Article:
Monday, November 4, 2013

Dusty Boynton at Denise Bibro Gallery (An artist influenced by 'art brut')

Episode by Dusty Boynton


(All photos of Dusty Boynton's work in this posting are courtesy of the Denise Bibro Gallery)

One of the fun aspects of going gallery hopping in New York City is recognizing the various influences of previous art movements on contemporary artists, and seeing how artists take these influences one or more steps farther to convey their own personal insights. The influence of the ‘art brut’ movement is inescapable in the work of Dusty Boynton, who seems to use this influence as a starting point in her personal forms of expression, while also embracing traces of abstract expressionism and even, perhaps, graffiti art.


In the 1940s Jean Dubuffet became fascinated with the art work of mental patients and children, since he felt that this work was more raw, unrefined and genuine than the work of academically trained artists (‘brut’ means: coarse, unrefined, raw). He felt that when these folks created things, they were not concerned about artistic tradition or beauty – they wanted to get to and express something of the utmost meaning to themselves. Indeed, art brut or ‘outsider art’ seems motivated by a sense of urgency and a desperate need to express. The challenge for a contemporary artist, who wants to use this style as a language, is to avoid the obvious artificial visual clich├ęs of this type of expression and to impart her own sense of urgency and meaning into the work.


If we look at a piece like ‘Episode,’ we see that Boynton clearly succeeds. One of the more valuable aspects of art brut is that there can be no doubt that the external image represents an internal state. This movement is influenced, after all, by psychiatric patients who were desperately trying to get at the sources of their psychological conflicts. Art brut and art influenced by art brut is supposed to have a type of therapeutic value. ‘Episode’ is interesting because it not only represents a powerfully evocative image but the graffiti-like style of execution lends a ‘process art’ feel. Jackson Pollock explained that he didn’t want to represent anything, he wanted to express something, and this is why he moved around the canvas instead of remaining stationary. When we look at ‘Episode’ and see the twisted, thick, dark and sometimes fractured lines, we feel the sense of urgency and the need for expression that is required in this style.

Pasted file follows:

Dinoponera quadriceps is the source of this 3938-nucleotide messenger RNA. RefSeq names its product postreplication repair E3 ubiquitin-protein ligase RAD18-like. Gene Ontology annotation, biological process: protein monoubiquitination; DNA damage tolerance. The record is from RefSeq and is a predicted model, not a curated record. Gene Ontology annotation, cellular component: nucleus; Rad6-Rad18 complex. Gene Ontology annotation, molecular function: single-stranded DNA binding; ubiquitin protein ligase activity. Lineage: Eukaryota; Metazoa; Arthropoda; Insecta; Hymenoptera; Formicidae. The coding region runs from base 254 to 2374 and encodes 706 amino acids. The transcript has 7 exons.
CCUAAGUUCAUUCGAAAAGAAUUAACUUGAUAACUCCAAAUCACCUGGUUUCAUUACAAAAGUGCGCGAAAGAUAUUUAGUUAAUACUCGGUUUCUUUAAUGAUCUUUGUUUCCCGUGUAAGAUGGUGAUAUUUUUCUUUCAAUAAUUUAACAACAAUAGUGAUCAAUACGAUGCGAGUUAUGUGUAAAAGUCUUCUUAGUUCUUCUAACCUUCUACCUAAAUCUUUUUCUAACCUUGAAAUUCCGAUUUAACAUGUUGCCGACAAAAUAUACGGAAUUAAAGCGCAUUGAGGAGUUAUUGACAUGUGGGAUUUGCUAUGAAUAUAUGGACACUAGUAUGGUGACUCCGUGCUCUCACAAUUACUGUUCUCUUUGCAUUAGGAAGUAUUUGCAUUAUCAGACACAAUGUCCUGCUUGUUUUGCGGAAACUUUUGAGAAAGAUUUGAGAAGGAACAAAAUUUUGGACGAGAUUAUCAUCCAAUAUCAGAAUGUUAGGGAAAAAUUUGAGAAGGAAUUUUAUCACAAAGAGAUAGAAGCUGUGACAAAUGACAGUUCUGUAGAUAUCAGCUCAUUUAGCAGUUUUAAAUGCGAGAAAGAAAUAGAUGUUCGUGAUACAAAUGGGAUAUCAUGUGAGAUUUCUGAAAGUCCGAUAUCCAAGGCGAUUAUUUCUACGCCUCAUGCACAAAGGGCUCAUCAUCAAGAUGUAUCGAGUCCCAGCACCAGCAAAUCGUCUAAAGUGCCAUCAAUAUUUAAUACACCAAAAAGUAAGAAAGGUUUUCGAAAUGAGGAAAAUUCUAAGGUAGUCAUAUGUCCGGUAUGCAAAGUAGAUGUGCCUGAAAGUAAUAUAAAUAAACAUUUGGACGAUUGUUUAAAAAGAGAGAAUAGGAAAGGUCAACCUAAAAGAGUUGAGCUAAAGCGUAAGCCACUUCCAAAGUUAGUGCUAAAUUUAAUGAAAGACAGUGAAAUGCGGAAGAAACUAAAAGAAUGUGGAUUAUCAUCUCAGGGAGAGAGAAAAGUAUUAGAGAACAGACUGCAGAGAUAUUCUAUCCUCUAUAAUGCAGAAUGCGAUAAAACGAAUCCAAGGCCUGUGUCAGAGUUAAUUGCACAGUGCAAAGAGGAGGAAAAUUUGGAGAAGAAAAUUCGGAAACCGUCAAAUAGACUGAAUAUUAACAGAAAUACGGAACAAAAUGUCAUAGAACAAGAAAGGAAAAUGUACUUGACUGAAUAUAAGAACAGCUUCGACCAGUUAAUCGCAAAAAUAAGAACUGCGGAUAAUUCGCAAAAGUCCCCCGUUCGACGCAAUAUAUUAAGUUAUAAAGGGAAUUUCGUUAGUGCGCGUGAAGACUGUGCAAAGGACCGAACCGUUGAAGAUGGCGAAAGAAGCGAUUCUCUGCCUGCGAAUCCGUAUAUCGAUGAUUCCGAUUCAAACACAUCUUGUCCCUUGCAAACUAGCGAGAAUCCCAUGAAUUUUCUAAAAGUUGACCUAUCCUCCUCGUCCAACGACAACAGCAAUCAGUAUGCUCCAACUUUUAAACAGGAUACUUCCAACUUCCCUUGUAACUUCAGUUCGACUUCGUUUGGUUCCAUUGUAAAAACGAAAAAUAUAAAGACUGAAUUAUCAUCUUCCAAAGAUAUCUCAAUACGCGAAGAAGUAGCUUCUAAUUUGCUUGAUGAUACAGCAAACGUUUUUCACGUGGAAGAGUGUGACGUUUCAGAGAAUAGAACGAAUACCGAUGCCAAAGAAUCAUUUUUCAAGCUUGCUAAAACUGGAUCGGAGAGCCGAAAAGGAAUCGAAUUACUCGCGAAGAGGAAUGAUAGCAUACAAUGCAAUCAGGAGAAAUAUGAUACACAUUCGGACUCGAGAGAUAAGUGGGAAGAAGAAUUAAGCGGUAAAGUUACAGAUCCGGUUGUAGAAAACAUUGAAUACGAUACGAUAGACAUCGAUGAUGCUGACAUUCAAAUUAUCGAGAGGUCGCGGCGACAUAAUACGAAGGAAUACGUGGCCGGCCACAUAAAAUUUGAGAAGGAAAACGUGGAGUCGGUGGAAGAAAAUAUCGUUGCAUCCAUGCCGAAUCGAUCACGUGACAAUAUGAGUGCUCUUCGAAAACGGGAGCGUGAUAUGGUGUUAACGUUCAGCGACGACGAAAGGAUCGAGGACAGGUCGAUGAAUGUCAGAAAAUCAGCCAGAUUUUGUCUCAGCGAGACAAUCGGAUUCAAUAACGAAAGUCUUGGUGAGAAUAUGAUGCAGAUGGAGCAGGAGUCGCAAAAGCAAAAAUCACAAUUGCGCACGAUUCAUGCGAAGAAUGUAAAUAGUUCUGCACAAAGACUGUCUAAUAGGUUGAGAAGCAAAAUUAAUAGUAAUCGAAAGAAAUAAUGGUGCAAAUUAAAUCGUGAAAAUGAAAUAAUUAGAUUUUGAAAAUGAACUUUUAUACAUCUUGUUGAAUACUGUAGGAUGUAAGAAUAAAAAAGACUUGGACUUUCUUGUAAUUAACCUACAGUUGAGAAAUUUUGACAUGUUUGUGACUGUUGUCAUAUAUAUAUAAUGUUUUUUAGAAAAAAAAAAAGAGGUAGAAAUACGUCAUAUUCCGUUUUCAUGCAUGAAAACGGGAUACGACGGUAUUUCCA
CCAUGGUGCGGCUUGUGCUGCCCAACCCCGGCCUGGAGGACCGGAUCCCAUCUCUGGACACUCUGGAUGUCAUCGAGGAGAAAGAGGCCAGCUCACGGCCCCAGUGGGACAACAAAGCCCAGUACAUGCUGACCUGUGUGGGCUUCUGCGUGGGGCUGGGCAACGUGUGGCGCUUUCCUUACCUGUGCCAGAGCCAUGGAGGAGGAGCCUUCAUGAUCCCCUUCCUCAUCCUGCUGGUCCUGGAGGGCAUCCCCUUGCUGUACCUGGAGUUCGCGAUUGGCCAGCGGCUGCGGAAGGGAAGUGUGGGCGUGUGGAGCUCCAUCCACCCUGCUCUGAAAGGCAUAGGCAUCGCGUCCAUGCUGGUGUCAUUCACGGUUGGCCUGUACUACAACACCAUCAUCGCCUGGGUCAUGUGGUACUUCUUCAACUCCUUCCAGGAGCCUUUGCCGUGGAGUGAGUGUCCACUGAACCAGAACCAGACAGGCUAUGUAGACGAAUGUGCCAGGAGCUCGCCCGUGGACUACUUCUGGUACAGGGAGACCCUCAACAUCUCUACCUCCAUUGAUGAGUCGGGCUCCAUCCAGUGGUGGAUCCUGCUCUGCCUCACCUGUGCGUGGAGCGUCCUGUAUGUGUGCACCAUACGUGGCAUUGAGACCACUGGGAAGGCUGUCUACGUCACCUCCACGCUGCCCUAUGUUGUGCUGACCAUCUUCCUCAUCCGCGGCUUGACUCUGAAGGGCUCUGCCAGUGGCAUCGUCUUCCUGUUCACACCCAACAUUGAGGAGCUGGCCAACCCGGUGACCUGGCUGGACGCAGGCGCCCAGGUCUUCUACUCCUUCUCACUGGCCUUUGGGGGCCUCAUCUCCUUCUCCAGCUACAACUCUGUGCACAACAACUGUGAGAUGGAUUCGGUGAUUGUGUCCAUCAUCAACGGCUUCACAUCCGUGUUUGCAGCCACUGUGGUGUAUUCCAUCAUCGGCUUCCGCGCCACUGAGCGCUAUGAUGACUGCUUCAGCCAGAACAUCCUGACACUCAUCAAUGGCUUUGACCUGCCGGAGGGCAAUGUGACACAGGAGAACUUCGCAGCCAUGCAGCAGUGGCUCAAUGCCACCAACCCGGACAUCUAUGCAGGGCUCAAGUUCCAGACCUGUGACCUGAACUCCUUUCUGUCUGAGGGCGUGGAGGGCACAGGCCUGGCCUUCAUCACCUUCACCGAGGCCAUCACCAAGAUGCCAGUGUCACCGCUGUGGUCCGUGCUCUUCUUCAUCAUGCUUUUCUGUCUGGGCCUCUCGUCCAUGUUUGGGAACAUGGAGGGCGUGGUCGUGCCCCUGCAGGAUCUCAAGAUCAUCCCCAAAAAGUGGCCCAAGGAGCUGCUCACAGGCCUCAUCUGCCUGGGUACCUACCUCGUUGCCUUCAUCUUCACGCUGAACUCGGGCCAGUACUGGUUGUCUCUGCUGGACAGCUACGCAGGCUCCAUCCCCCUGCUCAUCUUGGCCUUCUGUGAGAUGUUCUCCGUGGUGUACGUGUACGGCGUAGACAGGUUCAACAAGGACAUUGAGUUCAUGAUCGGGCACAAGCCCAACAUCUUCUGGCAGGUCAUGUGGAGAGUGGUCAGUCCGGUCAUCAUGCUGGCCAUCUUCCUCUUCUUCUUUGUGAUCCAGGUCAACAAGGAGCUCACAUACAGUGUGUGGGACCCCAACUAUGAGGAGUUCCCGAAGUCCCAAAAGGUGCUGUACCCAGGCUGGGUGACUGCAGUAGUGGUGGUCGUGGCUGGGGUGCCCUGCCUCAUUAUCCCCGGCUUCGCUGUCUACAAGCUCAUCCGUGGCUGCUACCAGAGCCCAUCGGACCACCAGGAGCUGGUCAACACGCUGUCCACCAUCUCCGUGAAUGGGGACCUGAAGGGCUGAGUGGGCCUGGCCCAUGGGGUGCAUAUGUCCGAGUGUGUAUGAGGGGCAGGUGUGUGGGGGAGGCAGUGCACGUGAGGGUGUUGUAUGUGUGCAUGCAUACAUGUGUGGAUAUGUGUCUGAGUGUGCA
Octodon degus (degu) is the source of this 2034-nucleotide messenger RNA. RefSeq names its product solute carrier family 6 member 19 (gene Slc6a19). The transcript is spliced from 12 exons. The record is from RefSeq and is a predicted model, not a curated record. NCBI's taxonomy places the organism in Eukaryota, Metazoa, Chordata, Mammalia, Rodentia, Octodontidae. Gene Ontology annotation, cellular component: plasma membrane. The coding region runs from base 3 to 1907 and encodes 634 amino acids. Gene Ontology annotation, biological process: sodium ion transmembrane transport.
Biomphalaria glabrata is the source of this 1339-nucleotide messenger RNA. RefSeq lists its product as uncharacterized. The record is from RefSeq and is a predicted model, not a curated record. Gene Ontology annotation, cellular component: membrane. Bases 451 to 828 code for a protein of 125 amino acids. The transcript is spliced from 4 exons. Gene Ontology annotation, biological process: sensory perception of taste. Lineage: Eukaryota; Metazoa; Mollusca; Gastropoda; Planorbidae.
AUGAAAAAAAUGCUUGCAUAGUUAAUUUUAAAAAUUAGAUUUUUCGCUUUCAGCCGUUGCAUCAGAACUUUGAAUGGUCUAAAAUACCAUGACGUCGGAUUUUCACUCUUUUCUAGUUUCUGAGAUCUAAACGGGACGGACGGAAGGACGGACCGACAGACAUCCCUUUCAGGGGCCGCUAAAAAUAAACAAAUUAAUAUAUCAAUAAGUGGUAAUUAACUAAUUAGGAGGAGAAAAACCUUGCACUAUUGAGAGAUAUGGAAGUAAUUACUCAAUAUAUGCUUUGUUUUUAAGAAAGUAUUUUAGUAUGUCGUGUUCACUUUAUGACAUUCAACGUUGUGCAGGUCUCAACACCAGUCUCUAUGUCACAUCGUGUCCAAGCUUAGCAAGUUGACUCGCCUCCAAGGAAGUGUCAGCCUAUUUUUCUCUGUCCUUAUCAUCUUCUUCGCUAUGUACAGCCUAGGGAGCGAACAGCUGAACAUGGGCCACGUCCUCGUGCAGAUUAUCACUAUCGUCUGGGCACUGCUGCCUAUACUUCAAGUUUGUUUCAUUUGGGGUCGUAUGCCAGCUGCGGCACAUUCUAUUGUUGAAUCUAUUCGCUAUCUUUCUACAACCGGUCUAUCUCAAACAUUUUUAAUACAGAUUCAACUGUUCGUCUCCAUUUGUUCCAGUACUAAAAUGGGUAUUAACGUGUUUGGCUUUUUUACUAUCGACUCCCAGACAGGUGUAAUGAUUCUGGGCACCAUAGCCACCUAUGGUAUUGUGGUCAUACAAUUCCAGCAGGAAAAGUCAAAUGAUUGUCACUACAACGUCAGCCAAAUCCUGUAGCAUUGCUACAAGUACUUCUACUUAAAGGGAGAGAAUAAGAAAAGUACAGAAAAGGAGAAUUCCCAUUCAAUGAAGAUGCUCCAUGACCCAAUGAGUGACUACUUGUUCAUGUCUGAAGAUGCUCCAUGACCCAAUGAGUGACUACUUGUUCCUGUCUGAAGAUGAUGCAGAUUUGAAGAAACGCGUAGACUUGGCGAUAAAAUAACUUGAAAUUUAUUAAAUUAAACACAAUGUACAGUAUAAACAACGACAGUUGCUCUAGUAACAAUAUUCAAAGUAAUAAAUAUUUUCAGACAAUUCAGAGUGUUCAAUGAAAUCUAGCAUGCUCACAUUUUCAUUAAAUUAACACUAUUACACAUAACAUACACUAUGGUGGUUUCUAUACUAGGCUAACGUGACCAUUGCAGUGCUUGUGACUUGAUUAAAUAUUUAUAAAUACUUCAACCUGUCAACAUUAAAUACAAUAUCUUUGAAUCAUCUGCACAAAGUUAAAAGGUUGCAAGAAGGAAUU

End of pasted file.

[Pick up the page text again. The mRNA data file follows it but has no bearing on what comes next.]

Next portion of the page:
The sense of ambiguity and the license the artist gives the viewer to impute his/her own interpretation based on his/her own inner struggles is also well-accomplished. Is this figure dying? Is it rising? Is it showing defiance or is it acquiescing? Is it in pain or experiencing a sense of triumph? Significantly, in this figure we see one hand is directed at the earth while the other is directed at the sky. One knee is planted on the ground while the other is poised to help raise the body. This is a figure experiencing real struggle, in a state of transition, either succumbing to some type of force or conquering it.

There is nothing new under the sun, yet Boynton shows that it is possible to embrace styles and theories of the past and make them timely and relevant, and, indeed, timeless and meaningful. She includes influences in her work like Dubuffet, Basquiat, Twombly and de Kooning to create a sense of earnestness and insistence that draws the viewer into her art and invites deeper and more meaningful introspection. In so doing she has also created her own unique style and artistic language.





Samples of Dubuffet's work:






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